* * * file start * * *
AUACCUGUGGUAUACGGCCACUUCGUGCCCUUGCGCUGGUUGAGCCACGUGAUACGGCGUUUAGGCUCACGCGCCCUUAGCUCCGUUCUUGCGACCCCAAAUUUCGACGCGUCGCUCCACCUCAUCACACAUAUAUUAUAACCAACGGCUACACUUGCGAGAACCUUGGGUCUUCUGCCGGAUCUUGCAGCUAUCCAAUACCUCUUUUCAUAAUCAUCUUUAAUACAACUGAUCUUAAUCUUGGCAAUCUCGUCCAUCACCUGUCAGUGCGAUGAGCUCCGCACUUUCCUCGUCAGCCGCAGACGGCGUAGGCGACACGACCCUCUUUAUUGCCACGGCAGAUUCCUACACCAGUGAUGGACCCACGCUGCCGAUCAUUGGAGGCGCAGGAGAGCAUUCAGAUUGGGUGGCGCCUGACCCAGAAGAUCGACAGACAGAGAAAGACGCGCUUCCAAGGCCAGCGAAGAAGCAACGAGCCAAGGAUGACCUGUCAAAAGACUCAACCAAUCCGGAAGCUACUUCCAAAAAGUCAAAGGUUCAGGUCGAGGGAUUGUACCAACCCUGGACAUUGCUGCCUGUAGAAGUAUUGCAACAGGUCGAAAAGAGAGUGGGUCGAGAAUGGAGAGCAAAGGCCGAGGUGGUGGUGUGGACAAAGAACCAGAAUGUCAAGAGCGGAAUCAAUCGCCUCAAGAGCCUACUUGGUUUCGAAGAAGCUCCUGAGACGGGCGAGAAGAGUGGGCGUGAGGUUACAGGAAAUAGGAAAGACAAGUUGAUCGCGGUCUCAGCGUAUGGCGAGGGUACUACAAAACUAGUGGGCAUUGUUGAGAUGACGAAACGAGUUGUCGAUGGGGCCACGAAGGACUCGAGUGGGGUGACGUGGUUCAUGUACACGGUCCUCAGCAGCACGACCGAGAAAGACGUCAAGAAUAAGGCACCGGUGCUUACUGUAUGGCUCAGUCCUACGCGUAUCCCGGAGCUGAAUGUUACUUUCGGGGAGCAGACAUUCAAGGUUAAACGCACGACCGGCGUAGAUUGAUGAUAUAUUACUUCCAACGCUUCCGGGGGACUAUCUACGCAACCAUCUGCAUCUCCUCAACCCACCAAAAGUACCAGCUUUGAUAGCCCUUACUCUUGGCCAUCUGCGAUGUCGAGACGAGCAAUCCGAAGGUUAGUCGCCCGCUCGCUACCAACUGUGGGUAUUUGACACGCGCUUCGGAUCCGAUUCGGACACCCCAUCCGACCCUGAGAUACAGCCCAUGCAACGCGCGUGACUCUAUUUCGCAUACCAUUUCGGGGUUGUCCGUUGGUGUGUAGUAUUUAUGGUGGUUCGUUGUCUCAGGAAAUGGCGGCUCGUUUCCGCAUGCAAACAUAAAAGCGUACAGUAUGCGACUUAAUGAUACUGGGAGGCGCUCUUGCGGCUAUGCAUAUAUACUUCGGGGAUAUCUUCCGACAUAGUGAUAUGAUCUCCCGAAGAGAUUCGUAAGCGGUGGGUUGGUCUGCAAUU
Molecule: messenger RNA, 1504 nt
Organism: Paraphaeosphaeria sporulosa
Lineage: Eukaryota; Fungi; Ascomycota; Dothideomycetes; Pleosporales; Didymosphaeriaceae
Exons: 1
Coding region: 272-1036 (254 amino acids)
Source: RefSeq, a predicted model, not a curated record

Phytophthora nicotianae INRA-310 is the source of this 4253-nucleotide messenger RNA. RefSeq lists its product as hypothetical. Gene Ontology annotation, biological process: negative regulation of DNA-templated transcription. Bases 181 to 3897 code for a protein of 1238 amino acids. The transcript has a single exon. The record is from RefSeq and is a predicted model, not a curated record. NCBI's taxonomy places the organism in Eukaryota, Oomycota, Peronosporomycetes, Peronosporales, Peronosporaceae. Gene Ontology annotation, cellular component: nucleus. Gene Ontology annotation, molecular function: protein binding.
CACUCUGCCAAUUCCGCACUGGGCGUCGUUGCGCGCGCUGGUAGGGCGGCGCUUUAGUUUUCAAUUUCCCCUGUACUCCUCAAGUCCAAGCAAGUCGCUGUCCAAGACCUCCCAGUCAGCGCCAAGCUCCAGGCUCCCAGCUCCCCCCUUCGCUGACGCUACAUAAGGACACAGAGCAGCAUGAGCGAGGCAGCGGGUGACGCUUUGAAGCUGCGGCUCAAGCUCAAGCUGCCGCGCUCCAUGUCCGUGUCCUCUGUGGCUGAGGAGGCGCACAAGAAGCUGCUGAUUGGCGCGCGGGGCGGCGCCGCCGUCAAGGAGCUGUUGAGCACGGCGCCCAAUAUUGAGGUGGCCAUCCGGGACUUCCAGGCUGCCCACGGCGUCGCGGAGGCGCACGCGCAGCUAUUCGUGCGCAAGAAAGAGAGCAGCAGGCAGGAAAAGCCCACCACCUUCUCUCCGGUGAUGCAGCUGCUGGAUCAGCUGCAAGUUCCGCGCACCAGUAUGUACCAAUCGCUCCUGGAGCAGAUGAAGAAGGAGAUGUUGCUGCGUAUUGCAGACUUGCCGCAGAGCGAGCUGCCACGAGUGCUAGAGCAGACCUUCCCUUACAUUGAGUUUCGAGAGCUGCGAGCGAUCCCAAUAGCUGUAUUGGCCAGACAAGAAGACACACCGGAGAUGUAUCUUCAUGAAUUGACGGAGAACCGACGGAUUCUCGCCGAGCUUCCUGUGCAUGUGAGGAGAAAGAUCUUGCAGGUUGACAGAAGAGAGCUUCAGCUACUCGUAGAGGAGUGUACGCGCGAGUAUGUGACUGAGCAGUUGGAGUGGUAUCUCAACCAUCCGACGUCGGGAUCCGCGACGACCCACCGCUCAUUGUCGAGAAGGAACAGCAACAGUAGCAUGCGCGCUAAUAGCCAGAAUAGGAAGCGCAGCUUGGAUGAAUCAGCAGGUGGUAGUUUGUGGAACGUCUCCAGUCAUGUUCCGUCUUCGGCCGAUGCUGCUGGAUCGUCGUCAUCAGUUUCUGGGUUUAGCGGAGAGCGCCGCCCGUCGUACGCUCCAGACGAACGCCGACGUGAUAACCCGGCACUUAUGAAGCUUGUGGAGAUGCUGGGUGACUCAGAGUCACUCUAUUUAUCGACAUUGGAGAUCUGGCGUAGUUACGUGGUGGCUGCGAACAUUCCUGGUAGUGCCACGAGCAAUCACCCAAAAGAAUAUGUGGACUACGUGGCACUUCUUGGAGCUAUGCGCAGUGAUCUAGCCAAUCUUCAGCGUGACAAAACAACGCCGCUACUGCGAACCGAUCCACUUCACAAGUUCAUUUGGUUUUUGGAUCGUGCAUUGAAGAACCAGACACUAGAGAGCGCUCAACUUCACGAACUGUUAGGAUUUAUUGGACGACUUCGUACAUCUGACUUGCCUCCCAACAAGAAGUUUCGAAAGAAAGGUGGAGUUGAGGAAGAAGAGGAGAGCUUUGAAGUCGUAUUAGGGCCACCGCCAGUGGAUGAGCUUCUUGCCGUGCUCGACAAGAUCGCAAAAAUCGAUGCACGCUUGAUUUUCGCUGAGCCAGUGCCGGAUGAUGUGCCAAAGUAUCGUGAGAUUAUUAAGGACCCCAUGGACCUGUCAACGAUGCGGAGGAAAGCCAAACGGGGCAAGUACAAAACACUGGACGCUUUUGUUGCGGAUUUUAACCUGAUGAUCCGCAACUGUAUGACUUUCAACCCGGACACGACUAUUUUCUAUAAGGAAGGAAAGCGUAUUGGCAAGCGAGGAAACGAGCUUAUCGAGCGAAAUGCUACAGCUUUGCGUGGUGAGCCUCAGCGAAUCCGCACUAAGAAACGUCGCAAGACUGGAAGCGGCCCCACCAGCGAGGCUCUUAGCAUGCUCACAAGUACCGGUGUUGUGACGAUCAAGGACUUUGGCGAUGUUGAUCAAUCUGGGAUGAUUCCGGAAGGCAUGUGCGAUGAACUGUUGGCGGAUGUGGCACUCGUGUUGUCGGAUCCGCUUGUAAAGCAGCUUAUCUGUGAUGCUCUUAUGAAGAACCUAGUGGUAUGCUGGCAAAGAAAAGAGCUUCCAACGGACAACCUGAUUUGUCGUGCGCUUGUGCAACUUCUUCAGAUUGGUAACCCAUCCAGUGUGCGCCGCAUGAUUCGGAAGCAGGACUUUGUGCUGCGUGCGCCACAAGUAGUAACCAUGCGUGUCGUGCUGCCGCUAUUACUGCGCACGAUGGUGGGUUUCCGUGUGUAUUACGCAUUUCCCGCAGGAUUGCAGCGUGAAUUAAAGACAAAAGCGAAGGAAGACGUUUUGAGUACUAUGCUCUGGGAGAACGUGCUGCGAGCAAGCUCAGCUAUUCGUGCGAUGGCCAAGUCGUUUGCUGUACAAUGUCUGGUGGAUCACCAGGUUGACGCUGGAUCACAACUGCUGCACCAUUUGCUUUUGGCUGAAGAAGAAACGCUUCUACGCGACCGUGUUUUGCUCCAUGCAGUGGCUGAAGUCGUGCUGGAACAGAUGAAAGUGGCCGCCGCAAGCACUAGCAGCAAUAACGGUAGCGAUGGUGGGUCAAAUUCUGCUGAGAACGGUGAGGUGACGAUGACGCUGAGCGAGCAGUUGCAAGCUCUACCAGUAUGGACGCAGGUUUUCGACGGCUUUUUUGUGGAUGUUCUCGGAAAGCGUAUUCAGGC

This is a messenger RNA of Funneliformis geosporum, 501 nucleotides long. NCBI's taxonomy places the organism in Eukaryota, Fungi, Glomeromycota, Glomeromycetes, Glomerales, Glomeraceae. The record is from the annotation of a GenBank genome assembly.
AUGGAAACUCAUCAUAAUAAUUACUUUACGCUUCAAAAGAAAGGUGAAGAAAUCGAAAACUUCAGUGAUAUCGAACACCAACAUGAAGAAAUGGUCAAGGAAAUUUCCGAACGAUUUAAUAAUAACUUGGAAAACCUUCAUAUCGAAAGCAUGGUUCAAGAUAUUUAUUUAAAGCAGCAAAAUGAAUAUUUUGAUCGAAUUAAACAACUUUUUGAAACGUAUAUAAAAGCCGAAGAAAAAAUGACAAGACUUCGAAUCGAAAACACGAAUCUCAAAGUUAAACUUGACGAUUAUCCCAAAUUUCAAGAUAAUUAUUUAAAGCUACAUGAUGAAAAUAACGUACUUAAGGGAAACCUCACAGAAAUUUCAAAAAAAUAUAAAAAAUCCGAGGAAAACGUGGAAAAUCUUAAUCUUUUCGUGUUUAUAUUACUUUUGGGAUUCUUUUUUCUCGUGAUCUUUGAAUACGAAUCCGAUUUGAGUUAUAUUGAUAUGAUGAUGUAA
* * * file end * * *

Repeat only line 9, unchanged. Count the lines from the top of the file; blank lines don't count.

CACUCUGCCAAUUCCGCACUGGGCGUCGUUGCGCGCGCUGGUAGGGCGGCGCUUUAGUUUUCAAUUUCCCCUGUACUCCUCAAGUCCAAGCAAGUCGCUGUCCAAGACCUCCCAGUCAGCGCCAAGCUCCAGGCUCCCAGCUCCCCCCUUCGCUGACGCUACAUAAGGACACAGAGCAGCAUGAGCGAGGCAGCGGGUGACGCUUUGAAGCUGCGGCUCAAGCUCAAGCUGCCGCGCUCCAUGUCCGUGUCCUCUGUGGCUGAGGAGGCGCACAAGAAGCUGCUGAUUGGCGCGCGGGGCGGCGCCGCCGUCAAGGAGCUGUUGAGCACGGCGCCCAAUAUUGAGGUGGCCAUCCGGGACUUCCAGGCUGCCCACGGCGUCGCGGAGGCGCACGCGCAGCUAUUCGUGCGCAAGAAAGAGAGCAGCAGGCAGGAAAAGCCCACCACCUUCUCUCCGGUGAUGCAGCUGCUGGAUCAGCUGCAAGUUCCGCGCACCAGUAUGUACCAAUCGCUCCUGGAGCAGAUGAAGAAGGAGAUGUUGCUGCGUAUUGCAGACUUGCCGCAGAGCGAGCUGCCACGAGUGCUAGAGCAGACCUUCCCUUACAUUGAGUUUCGAGAGCUGCGAGCGAUCCCAAUAGCUGUAUUGGCCAGACAAGAAGACACACCGGAGAUGUAUCUUCAUGAAUUGACGGAGAACCGACGGAUUCUCGCCGAGCUUCCUGUGCAUGUGAGGAGAAAGAUCUUGCAGGUUGACAGAAGAGAGCUUCAGCUACUCGUAGAGGAGUGUACGCGCGAGUAUGUGACUGAGCAGUUGGAGUGGUAUCUCAACCAUCCGACGUCGGGAUCCGCGACGACCCACCGCUCAUUGUCGAGAAGGAACAGCAACAGUAGCAUGCGCGCUAAUAGCCAGAAUAGGAAGCGCAGCUUGGAUGAAUCAGCAGGUGGUAGUUUGUGGAACGUCUCCAGUCAUGUUCCGUCUUCGGCCGAUGCUGCUGGAUCGUCGUCAUCAGUUUCUGGGUUUAGCGGAGAGCGCCGCCCGUCGUACGCUCCAGACGAACGCCGACGUGAUAACCCGGCACUUAUGAAGCUUGUGGAGAUGCUGGGUGACUCAGAGUCACUCUAUUUAUCGACAUUGGAGAUCUGGCGUAGUUACGUGGUGGCUGCGAACAUUCCUGGUAGUGCCACGAGCAAUCACCCAAAAGAAUAUGUGGACUACGUGGCACUUCUUGGAGCUAUGCGCAGUGAUCUAGCCAAUCUUCAGCGUGACAAAACAACGCCGCUACUGCGAACCGAUCCACUUCACAAGUUCAUUUGGUUUUUGGAUCGUGCAUUGAAGAACCAGACACUAGAGAGCGCUCAACUUCACGAACUGUUAGGAUUUAUUGGACGACUUCGUACAUCUGACUUGCCUCCCAACAAGAAGUUUCGAAAGAAAGGUGGAGUUGAGGAAGAAGAGGAGAGCUUUGAAGUCGUAUUAGGGCCACCGCCAGUGGAUGAGCUUCUUGCCGUGCUCGACAAGAUCGCAAAAAUCGAUGCACGCUUGAUUUUCGCUGAGCCAGUGCCGGAUGAUGUGCCAAAGUAUCGUGAGAUUAUUAAGGACCCCAUGGACCUGUCAACGAUGCGGAGGAAAGCCAAACGGGGCAAGUACAAAACACUGGACGCUUUUGUUGCGGAUUUUAACCUGAUGAUCCGCAACUGUAUGACUUUCAACCCGGACACGACUAUUUUCUAUAAGGAAGGAAAGCGUAUUGGCAAGCGAGGAAACGAGCUUAUCGAGCGAAAUGCUACAGCUUUGCGUGGUGAGCCUCAGCGAAUCCGCACUAAGAAACGUCGCAAGACUGGAAGCGGCCCCACCAGCGAGGCUCUUAGCAUGCUCACAAGUACCGGUGUUGUGACGAUCAAGGACUUUGGCGAUGUUGAUCAAUCUGGGAUGAUUCCGGAAGGCAUGUGCGAUGAACUGUUGGCGGAUGUGGCACUCGUGUUGUCGGAUCCGCUUGUAAAGCAGCUUAUCUGUGAUGCUCUUAUGAAGAACCUAGUGGUAUGCUGGCAAAGAAAAGAGCUUCCAACGGACAACCUGAUUUGUCGUGCGCUUGUGCAACUUCUUCAGAUUGGUAACCCAUCCAGUGUGCGCCGCAUGAUUCGGAAGCAGGACUUUGUGCUGCGUGCGCCACAAGUAGUAACCAUGCGUGUCGUGCUGCCGCUAUUACUGCGCACGAUGGUGGGUUUCCGUGUGUAUUACGCAUUUCCCGCAGGAUUGCAGCGUGAAUUAAAGACAAAAGCGAAGGAAGACGUUUUGAGUACUAUGCUCUGGGAGAACGUGCUGCGAGCAAGCUCAGCUAUUCGUGCGAUGGCCAAGUCGUUUGCUGUACAAUGUCUGGUGGAUCACCAGGUUGACGCUGGAUCACAACUGCUGCACCAUUUGCUUUUGGCUGAAGAAGAAACGCUUCUACGCGACCGUGUUUUGCUCCAUGCAGUGGCUGAAGUCGUGCUGGAACAGAUGAAAGUGGCCGCCGCAAGCACUAGCAGCAAUAACGGUAGCGAUGGUGGGUCAAAUUCUGCUGAGAACGGUGAGGUGACGAUGACGCUGAGCGAGCAGUUGCAAGCUCUACCAGUAUGGACGCAGGUUUUCGACGGCUUUUUUGUGGAUGUUCUCGGAAAGCGUAUUCAGGC